Advent Day 3: Congregation serves up 20,000 toasties for school pupils
Published on 3 December 2019
Volunteers at an Edinburgh church have served 20,000 toasties to local school pupils.
Toastie Tuesday at Liberton Northfield Church attracts around 180 youngsters every week during term time for lunch.
For just £1, they can buy a toastie, a soft drink and either a cookie, muffin or a packet of crisps to enjoy while chatting with their friends or volunteers and youth leaders who run the project.
The top selling toastie is cheese and ham – a delight that sees Liberton High School pupils queuing round the side of the church in mouth-watering anticipation.
Rosie Ozkan, 17, who is in S6, said: “Toastie Tuesday is the highlight of my week.
“I love it and look forward to it because the food is good and so cheap.
“The church is very welcoming and good people run it.”
Friendly and welcoming
Her friend Jack Baigan, 17, agreed that the project in the church hall, which caters for S2-S6 pupils, was very worthwhile.
“It is a really good atmosphere, all the volunteers are very nice and the food is good,” added the S6 pupil.
“Toastie Tuesday brings people together and you can sit and have lunch with the volunteers or play Fifa on the XBox.
“The volunteers come over a lot and speak to us and you feel like you could speak to them about all sorts of different things because they are so friendly and welcoming.”
Toastie Tuesday has been running for three years and is a joint venture between the congregation and a non-profit Christian organisation called Young Life International.
Church member Fiona Sturrock, who buys 30 loaves of bread a week, said: “It is a great joy to welcome children from all faiths and none into the church.
“It is a safe space and we give them a lovely warm welcome and encourage them to eat the odd piece of fruit which is more challenging.
“For some young people it is the only decent meal they will have that day.
“We are vigilant to the fact that sometimes young people come along and will hang back because they don’t have any money and after a bit of coaxing they will accept a toastie.”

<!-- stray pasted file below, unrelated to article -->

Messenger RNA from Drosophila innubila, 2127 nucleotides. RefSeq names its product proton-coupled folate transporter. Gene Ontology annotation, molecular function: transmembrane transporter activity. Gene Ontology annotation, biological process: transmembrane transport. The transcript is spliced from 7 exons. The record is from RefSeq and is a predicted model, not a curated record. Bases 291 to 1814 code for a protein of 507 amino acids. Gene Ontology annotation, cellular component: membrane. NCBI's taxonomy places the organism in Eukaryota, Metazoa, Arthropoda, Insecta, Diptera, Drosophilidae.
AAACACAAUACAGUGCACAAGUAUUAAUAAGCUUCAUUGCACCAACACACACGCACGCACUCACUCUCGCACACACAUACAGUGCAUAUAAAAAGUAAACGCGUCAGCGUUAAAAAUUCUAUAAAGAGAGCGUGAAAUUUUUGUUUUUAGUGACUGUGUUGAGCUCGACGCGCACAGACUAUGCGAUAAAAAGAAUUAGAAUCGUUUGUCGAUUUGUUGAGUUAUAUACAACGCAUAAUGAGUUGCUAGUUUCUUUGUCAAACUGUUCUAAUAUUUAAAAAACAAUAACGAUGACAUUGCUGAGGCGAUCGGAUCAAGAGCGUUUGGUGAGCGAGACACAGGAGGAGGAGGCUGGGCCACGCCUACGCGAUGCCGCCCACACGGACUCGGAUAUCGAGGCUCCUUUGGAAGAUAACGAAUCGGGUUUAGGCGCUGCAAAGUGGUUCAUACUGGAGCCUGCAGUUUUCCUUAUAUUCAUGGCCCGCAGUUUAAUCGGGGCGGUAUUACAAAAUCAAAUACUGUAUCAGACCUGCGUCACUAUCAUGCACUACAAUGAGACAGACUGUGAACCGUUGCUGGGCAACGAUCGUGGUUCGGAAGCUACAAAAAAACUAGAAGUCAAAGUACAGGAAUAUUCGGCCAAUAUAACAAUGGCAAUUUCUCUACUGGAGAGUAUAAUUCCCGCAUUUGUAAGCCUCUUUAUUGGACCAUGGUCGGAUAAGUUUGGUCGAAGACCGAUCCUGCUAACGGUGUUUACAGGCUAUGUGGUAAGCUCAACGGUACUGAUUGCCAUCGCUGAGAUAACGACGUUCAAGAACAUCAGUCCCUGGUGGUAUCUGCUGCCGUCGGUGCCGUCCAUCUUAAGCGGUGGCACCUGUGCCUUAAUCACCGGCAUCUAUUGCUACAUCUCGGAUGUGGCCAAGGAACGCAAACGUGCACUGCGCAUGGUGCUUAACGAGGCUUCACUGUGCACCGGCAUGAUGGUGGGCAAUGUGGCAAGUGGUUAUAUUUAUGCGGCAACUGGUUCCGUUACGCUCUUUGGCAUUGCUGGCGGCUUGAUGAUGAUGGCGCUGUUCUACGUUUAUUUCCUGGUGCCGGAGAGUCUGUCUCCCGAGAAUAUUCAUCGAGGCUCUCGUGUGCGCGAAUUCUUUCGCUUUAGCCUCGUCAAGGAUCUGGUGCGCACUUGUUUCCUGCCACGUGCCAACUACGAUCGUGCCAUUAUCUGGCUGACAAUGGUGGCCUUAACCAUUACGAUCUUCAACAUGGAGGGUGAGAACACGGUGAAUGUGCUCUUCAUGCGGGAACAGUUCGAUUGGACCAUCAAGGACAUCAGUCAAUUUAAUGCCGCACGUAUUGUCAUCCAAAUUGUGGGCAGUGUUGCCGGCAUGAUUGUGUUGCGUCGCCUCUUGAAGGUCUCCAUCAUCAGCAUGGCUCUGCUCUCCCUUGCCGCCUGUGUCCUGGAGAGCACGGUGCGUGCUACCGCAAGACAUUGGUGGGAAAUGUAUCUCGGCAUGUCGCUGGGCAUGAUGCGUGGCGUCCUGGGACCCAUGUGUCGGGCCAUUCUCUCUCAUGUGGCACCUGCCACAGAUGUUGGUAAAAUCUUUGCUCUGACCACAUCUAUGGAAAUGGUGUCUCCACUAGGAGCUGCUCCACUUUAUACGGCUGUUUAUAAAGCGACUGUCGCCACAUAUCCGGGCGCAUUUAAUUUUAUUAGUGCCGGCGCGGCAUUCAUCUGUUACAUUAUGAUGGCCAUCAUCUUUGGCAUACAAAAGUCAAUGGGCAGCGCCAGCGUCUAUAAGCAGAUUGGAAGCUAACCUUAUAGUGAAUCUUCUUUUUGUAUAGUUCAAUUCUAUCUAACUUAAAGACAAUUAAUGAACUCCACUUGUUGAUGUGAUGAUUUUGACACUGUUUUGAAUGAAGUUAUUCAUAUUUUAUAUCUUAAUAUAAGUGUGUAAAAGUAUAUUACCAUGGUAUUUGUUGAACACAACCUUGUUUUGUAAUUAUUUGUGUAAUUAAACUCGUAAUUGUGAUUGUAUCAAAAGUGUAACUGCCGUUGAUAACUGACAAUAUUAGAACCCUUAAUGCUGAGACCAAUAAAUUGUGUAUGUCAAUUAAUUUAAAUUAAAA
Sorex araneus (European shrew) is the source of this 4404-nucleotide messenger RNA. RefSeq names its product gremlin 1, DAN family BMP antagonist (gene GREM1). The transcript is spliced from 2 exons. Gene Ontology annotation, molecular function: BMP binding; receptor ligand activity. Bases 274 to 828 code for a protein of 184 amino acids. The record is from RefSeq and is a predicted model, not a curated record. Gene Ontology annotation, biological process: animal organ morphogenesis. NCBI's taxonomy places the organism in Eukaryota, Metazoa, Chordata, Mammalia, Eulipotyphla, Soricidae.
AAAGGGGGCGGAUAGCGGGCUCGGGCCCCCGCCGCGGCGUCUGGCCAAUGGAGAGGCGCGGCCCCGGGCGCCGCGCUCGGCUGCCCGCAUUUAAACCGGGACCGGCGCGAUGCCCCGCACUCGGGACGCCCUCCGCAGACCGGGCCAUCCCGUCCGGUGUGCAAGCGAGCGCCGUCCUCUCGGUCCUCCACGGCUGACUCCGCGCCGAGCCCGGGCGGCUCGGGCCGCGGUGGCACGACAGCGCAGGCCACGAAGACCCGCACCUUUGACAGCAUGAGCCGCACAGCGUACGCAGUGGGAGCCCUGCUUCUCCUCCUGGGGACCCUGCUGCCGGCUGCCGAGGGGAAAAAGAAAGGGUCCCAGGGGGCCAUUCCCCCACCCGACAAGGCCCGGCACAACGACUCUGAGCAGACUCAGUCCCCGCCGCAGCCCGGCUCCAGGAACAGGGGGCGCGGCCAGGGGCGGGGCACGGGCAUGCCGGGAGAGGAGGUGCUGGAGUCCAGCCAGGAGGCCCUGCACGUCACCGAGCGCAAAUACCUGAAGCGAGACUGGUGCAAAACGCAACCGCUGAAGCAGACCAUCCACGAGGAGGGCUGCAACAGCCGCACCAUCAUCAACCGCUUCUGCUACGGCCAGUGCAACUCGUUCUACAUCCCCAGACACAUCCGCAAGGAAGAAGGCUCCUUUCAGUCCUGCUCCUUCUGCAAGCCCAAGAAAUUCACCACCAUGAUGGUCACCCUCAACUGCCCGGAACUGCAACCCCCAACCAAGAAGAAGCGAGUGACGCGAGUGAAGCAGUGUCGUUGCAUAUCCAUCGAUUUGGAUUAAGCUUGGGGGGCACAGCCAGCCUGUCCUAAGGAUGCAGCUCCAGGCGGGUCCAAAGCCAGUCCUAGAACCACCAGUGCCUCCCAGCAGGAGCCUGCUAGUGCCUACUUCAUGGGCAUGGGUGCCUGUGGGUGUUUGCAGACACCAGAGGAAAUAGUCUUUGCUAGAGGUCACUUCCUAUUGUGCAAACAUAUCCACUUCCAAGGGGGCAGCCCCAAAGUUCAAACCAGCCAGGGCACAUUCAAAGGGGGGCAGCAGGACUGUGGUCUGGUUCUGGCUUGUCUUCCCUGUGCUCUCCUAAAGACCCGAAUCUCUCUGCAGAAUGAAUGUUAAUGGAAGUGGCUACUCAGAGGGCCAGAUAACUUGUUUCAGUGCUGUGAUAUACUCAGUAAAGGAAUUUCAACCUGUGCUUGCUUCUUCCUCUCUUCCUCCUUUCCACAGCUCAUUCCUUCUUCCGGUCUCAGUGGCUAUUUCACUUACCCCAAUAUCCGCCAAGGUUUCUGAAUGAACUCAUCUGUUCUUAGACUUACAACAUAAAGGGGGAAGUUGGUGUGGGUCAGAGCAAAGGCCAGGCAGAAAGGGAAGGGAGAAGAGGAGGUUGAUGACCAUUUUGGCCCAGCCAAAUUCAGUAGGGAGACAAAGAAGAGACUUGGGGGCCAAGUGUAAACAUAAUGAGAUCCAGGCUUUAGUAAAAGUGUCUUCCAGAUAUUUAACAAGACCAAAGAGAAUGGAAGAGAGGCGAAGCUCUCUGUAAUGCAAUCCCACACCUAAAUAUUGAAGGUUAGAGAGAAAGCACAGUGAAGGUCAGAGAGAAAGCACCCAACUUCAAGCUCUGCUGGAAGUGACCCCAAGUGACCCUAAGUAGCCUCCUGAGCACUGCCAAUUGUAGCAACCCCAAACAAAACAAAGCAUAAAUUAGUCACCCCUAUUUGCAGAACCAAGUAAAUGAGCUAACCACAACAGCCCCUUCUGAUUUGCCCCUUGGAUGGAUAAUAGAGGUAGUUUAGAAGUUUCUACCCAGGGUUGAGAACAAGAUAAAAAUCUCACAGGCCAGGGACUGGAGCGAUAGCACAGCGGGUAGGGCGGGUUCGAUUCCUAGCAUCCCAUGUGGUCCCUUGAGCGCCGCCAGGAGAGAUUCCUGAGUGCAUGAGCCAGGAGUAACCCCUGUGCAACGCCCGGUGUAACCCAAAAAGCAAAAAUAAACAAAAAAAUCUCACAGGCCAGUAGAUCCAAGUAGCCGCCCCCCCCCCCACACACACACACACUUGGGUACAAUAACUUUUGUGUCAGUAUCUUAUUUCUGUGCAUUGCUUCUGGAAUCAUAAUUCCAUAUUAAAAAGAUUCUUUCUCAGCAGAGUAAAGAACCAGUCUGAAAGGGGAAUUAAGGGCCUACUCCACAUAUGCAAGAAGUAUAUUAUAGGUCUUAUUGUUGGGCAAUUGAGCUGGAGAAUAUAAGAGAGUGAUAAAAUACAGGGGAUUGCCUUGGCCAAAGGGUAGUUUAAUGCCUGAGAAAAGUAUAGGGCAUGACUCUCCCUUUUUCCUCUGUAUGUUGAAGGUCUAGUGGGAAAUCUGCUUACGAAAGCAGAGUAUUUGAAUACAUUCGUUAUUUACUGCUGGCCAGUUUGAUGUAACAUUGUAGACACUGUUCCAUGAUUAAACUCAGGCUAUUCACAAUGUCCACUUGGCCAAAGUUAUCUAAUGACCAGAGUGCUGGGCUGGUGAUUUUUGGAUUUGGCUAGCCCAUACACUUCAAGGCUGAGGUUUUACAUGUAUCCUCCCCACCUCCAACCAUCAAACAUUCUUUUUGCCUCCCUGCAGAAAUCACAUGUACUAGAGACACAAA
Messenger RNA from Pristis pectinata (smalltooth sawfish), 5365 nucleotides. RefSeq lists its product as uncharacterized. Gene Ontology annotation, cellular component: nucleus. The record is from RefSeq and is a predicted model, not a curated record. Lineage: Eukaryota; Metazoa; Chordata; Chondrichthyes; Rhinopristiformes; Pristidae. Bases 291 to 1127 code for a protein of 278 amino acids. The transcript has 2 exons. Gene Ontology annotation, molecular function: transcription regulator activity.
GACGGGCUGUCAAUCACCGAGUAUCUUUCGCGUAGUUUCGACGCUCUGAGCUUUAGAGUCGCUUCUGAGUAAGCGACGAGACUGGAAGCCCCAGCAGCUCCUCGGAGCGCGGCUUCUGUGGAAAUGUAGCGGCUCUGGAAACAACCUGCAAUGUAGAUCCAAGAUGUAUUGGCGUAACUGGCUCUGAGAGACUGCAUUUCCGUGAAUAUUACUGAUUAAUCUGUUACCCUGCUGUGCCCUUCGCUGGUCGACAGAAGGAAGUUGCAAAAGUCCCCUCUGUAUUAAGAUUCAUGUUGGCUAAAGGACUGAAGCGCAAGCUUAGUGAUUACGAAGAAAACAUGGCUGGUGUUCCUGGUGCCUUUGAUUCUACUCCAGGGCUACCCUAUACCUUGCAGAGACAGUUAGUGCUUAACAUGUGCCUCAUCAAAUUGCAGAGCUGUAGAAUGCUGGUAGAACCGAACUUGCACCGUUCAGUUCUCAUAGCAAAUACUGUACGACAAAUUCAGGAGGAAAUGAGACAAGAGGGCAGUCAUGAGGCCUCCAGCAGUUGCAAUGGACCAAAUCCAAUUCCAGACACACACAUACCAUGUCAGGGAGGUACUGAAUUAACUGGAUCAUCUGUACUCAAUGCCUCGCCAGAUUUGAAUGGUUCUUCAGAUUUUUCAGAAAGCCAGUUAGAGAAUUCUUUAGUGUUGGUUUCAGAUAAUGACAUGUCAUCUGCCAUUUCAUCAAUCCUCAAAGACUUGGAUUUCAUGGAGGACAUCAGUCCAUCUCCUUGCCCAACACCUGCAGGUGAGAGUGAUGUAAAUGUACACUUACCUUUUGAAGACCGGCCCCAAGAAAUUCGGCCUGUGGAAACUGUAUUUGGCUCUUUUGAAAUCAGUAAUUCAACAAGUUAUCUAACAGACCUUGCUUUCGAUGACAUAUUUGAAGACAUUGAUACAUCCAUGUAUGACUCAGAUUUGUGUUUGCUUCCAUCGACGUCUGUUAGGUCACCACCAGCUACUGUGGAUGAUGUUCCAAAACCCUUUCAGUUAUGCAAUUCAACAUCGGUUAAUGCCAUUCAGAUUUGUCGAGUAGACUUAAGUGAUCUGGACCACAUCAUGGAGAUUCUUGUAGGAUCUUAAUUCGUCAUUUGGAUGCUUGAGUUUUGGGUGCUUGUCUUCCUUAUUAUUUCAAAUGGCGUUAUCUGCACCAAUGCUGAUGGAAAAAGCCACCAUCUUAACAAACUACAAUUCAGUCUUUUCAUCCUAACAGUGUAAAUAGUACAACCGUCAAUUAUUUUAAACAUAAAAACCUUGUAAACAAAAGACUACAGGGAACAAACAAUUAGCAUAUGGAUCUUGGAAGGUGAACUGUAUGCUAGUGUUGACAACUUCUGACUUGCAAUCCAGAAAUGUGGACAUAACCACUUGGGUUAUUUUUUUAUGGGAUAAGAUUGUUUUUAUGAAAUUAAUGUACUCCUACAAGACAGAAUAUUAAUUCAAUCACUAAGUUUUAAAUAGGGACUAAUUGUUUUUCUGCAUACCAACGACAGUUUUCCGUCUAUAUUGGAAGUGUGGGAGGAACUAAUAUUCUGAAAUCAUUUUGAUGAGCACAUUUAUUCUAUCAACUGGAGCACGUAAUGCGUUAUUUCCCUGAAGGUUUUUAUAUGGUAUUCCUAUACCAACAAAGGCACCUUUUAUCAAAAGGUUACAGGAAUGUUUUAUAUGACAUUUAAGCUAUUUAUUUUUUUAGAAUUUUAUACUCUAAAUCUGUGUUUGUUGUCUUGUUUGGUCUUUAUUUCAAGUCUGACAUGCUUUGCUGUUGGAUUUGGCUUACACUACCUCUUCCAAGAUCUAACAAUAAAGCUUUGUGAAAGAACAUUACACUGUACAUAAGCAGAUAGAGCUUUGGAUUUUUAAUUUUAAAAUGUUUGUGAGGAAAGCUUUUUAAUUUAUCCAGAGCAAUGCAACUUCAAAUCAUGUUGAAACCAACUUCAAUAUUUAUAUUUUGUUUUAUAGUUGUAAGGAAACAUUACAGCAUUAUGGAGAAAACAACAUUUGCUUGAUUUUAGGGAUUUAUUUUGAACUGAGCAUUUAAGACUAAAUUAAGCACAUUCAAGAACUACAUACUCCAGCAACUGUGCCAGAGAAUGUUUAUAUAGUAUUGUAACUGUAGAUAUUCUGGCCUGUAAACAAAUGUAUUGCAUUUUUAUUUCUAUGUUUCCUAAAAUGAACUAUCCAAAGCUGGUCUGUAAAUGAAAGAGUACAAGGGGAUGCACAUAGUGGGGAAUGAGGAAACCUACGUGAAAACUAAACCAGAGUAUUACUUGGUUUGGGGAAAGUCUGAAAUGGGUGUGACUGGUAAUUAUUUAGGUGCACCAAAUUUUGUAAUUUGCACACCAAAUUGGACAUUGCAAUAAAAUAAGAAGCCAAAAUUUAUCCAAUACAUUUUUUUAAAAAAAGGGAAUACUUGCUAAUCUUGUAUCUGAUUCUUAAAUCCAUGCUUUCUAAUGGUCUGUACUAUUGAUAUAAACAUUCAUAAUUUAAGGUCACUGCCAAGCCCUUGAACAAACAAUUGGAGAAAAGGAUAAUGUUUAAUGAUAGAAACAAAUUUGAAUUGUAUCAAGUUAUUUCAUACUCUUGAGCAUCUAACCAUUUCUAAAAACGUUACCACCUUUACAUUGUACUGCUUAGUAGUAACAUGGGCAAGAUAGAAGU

Mrs Sturrock said youngsters often hang around after lunch service is over to chat with volunteers and Young Life International leaders whom, if asked, will share stories about how they came to the Christian faith.
“This has led to some young people attending a summer holiday camp and some have come to know Jesus personally which is fantastic,” she added.
Helen Palmer is the project treasurer and one of the volunteers in the kitchen who helps make the toasties on six machines which have four berths each.
“The young people love to come and it is fantastic to see so many feeling comfortable and having somewhere safe and warm to have their lunch,” she said.
“Jesus fed lots of people and the project provides an opportunity for lots of conversations and all I want to see is them filtering out into the community.”
The best welcome
Hotdogs are also on the menu but toasties remain the biggest hit.
Mackenzie Fuller, a leader with Young Life International who also attends the church, said: “Our goal is to make sure the young people have the best welcome they have had all week.
“When Toastie Tuesday started only three people came so it is great to see it grow to around 180 every week and we sell about 200 toasties.”
The project was a labour of love for church member Billy Grubb who made around 18,000 toasties before he died in August.
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